As daylight started to wane, the rain came; it never poured, and most everyone there seemed quite indifferent to it. The first group that really concentrated people at the front stage to get the party going were Chicago-based hip-hop duo, The Cool Kids. They put on a great show complete with all the crowd favorites. The Cool Kids really set the bar high for crowd participation that night, even getting down with the beach ball-batting antics of the music-crazed crowd at one point during their set.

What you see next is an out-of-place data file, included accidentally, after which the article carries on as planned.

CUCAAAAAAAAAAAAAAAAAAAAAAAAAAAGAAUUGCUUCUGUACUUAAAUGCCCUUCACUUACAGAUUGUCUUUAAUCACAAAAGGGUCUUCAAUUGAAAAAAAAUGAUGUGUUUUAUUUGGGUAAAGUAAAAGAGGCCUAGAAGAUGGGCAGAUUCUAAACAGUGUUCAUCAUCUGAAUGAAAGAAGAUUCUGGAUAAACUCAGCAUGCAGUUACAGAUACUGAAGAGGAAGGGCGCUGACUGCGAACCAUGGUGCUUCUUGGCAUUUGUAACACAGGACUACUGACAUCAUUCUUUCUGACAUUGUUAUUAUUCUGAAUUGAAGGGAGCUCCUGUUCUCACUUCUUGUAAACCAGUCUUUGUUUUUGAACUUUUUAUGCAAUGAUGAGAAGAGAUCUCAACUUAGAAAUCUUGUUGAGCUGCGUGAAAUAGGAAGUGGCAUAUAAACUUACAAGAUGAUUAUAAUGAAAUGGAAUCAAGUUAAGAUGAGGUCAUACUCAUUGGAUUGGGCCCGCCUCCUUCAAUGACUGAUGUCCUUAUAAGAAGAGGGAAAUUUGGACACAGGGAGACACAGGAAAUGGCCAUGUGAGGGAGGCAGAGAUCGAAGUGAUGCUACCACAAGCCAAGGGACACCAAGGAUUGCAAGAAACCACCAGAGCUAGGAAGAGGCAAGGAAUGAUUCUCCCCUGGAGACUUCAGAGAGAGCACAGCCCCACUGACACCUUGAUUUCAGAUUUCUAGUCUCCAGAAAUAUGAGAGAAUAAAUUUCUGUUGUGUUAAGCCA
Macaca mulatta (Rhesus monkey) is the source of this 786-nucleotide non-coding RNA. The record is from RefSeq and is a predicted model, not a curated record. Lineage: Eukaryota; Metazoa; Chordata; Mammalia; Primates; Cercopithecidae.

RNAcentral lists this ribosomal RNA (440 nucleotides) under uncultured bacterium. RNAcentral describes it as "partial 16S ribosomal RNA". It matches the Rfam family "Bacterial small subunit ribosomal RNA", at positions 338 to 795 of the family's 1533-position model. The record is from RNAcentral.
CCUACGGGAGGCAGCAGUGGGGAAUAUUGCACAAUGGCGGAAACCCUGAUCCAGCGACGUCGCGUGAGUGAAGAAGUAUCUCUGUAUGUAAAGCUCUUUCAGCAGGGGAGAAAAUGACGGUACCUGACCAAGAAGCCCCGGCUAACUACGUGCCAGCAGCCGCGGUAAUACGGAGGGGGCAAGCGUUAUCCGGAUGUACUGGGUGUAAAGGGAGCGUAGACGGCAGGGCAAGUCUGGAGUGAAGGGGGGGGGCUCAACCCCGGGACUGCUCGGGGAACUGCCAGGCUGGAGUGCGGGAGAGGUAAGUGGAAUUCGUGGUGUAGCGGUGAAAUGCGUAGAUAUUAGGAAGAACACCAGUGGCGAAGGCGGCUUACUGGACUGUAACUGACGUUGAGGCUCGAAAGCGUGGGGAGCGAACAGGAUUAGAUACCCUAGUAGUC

After The Cool Kids ended their show, a local 15 year old singer-songwriter named Raina Mullen took the small stage in front of a crowd of well over a thousand. She not only sang excellently, but provided for herself the only instrumental accompaniment with her guitar. Directly after, Vivacity stepped up to shred the Local Act Stage, a task, which I would like to note, they accomplished quite well. Vivacity is a unique group, with both a male and female lead vocalists/guitarists (Garrett Hickey and Maria Battinelli respectively) who play their own version of pop with audible indie, hardcore and prog rock influences. For them, B.O.M.B. was a particularly interesting experience; when I asked the band who their influences were, they named such groups as Forever The Sickest Kids, Spill Canvas and Underoath but Maria also stated “Say Anything is a band that we all like, I mean it’s amazing that we’ve been able to talk them and actually hang out with them.”